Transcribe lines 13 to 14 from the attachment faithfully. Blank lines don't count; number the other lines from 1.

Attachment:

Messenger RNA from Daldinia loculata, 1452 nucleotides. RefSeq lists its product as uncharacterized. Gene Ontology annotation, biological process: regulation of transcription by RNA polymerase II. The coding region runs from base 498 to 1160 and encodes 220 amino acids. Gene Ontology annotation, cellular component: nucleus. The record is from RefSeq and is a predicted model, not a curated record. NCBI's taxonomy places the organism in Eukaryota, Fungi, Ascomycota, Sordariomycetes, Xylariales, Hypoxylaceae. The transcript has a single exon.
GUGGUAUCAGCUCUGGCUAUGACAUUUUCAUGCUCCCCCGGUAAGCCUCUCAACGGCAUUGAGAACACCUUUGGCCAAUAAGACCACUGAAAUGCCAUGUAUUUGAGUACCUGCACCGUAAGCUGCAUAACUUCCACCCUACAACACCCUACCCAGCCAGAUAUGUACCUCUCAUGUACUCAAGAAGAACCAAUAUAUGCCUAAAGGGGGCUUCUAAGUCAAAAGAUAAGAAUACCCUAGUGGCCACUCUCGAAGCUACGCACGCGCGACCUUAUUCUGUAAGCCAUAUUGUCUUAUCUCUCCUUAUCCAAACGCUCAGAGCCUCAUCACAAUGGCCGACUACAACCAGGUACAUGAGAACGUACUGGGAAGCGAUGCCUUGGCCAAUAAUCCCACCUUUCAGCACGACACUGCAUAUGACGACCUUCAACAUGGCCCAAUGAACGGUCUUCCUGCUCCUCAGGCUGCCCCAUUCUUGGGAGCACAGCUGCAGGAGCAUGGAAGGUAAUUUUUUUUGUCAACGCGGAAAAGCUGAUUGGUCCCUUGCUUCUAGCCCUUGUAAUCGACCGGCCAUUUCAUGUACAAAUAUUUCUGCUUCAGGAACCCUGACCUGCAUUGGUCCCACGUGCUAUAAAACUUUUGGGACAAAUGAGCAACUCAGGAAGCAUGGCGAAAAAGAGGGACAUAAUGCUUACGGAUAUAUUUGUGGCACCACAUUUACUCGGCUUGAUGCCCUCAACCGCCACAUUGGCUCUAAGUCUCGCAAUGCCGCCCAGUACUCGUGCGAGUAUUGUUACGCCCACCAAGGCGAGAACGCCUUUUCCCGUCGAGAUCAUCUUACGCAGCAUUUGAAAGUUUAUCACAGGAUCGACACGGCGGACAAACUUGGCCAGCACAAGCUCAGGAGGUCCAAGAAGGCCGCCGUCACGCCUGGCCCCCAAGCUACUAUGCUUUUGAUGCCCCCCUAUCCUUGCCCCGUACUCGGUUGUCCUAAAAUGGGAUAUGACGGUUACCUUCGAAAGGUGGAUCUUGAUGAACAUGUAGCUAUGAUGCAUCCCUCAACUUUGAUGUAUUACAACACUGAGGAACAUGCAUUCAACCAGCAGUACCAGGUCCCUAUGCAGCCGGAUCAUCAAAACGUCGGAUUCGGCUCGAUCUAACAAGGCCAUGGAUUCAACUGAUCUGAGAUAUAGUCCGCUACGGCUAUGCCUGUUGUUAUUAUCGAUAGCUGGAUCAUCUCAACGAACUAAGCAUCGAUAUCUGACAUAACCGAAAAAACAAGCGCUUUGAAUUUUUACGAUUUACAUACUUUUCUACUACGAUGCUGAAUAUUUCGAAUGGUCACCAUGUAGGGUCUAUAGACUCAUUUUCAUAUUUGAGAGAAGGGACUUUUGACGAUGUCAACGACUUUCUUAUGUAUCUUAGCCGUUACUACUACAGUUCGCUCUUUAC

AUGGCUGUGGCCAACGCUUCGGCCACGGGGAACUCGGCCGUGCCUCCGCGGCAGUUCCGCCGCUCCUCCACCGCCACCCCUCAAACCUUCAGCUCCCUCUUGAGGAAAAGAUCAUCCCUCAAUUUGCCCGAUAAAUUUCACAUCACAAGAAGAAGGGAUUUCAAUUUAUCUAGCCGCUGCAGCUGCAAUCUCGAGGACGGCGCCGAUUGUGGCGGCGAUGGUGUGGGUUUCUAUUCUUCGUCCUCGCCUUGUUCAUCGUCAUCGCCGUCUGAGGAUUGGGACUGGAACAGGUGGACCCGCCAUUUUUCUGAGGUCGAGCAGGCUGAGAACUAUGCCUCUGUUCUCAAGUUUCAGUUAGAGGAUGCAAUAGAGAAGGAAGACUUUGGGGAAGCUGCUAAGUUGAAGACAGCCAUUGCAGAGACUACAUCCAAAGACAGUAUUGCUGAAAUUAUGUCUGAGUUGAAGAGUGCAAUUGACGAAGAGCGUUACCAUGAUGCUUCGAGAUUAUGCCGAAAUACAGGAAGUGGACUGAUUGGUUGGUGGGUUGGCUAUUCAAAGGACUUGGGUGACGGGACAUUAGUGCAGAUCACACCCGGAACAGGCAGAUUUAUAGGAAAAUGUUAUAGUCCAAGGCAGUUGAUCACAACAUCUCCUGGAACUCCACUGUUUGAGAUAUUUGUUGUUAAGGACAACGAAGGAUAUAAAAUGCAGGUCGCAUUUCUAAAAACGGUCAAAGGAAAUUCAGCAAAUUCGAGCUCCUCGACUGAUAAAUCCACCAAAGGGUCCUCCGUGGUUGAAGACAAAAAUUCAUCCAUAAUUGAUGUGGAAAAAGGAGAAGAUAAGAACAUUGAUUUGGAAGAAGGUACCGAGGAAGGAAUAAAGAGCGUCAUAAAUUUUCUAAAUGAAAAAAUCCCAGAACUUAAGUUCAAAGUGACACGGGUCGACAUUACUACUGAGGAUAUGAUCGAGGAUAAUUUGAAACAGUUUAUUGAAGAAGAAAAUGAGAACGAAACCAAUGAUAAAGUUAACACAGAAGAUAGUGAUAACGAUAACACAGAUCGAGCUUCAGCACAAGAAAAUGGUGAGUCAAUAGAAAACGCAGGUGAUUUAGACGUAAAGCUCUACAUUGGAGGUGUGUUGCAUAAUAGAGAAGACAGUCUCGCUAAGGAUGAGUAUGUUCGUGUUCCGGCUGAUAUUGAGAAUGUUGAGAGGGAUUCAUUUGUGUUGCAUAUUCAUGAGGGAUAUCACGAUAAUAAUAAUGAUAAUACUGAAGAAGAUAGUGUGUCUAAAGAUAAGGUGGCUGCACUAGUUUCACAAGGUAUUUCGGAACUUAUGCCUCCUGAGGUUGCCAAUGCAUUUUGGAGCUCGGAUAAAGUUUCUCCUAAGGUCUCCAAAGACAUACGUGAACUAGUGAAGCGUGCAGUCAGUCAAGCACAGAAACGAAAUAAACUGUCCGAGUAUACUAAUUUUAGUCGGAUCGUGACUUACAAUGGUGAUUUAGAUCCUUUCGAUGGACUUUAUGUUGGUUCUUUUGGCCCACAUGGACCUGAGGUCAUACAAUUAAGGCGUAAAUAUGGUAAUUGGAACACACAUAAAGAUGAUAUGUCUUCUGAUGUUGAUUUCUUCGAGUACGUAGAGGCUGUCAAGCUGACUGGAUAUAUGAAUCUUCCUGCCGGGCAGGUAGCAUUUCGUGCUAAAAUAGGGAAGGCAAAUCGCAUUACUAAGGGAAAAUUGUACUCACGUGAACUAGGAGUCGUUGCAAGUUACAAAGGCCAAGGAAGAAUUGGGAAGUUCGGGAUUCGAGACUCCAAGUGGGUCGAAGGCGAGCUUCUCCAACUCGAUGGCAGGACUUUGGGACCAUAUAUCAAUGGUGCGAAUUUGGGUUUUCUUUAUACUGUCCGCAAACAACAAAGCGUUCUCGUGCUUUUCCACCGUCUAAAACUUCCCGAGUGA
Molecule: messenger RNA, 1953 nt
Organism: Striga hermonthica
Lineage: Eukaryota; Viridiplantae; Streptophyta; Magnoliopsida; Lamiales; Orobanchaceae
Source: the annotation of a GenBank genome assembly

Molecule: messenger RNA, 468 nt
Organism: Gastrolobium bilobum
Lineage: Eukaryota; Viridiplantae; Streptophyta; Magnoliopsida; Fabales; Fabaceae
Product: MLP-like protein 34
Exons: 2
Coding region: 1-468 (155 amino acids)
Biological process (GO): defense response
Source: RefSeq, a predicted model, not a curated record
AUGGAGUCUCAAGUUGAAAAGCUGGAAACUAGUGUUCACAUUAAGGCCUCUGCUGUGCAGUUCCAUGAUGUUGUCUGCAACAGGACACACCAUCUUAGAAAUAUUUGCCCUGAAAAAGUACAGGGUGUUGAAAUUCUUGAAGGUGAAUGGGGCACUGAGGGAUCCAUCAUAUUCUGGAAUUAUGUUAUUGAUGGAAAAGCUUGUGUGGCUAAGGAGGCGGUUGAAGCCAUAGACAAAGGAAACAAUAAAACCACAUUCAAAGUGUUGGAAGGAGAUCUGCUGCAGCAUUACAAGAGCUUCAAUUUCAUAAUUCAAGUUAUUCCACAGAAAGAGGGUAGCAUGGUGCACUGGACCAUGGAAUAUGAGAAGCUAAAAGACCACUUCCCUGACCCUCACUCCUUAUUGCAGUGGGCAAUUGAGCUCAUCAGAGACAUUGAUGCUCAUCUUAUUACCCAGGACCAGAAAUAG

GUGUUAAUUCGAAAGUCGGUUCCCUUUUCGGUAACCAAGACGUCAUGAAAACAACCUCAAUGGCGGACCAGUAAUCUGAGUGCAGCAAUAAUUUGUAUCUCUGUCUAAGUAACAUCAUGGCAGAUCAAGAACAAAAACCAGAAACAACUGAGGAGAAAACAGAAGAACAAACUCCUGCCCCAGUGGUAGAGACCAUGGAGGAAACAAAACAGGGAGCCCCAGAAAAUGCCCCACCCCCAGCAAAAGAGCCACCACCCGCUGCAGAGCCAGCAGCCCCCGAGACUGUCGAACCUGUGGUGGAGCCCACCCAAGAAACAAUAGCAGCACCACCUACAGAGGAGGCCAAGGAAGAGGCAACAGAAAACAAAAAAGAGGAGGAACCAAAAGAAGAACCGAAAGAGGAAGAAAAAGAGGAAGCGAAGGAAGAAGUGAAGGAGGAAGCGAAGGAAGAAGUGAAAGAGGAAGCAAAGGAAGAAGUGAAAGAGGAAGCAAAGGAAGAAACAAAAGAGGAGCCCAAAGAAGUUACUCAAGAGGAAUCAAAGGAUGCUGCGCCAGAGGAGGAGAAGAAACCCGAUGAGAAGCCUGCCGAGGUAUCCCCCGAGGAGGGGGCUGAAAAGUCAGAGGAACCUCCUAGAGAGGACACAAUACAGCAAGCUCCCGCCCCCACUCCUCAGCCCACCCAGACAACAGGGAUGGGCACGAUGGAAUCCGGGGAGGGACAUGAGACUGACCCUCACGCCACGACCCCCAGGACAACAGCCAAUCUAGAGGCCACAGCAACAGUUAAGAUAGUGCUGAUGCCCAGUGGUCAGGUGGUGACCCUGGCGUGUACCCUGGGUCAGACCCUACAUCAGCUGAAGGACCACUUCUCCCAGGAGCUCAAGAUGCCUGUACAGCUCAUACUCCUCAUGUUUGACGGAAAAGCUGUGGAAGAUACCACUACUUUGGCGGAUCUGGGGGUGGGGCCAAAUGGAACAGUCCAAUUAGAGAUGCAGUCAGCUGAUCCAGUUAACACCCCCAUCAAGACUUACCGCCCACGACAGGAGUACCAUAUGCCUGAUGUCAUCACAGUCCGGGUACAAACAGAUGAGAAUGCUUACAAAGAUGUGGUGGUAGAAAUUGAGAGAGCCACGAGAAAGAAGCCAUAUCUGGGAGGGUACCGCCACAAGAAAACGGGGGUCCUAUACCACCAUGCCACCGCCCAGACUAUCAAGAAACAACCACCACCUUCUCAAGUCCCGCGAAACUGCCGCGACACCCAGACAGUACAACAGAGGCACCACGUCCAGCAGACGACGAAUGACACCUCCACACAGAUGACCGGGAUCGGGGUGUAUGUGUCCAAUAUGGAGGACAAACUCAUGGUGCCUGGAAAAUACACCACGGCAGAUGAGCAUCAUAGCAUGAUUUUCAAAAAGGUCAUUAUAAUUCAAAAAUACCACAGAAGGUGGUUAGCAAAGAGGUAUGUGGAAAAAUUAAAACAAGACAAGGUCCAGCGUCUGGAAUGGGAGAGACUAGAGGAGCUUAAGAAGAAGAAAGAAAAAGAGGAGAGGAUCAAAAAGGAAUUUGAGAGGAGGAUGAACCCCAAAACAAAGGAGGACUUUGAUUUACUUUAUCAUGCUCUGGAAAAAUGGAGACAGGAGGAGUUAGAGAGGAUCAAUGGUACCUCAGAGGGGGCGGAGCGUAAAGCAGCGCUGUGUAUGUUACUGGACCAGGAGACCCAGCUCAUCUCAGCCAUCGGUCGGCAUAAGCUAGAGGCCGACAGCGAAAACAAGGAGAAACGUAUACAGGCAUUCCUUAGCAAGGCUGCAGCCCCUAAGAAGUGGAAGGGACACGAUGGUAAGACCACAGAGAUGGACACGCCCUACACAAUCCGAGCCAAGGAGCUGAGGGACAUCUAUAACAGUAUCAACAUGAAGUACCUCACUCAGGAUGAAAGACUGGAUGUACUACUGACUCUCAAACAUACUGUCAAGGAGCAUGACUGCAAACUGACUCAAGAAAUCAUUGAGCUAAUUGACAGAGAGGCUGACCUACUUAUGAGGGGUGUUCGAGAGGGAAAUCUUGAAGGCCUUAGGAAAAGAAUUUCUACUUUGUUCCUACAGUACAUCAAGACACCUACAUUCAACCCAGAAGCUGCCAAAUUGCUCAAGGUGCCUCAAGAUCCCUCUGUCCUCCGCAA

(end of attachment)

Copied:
Coding region: 1-468 (155 amino acids)
Biological process (GO): defense response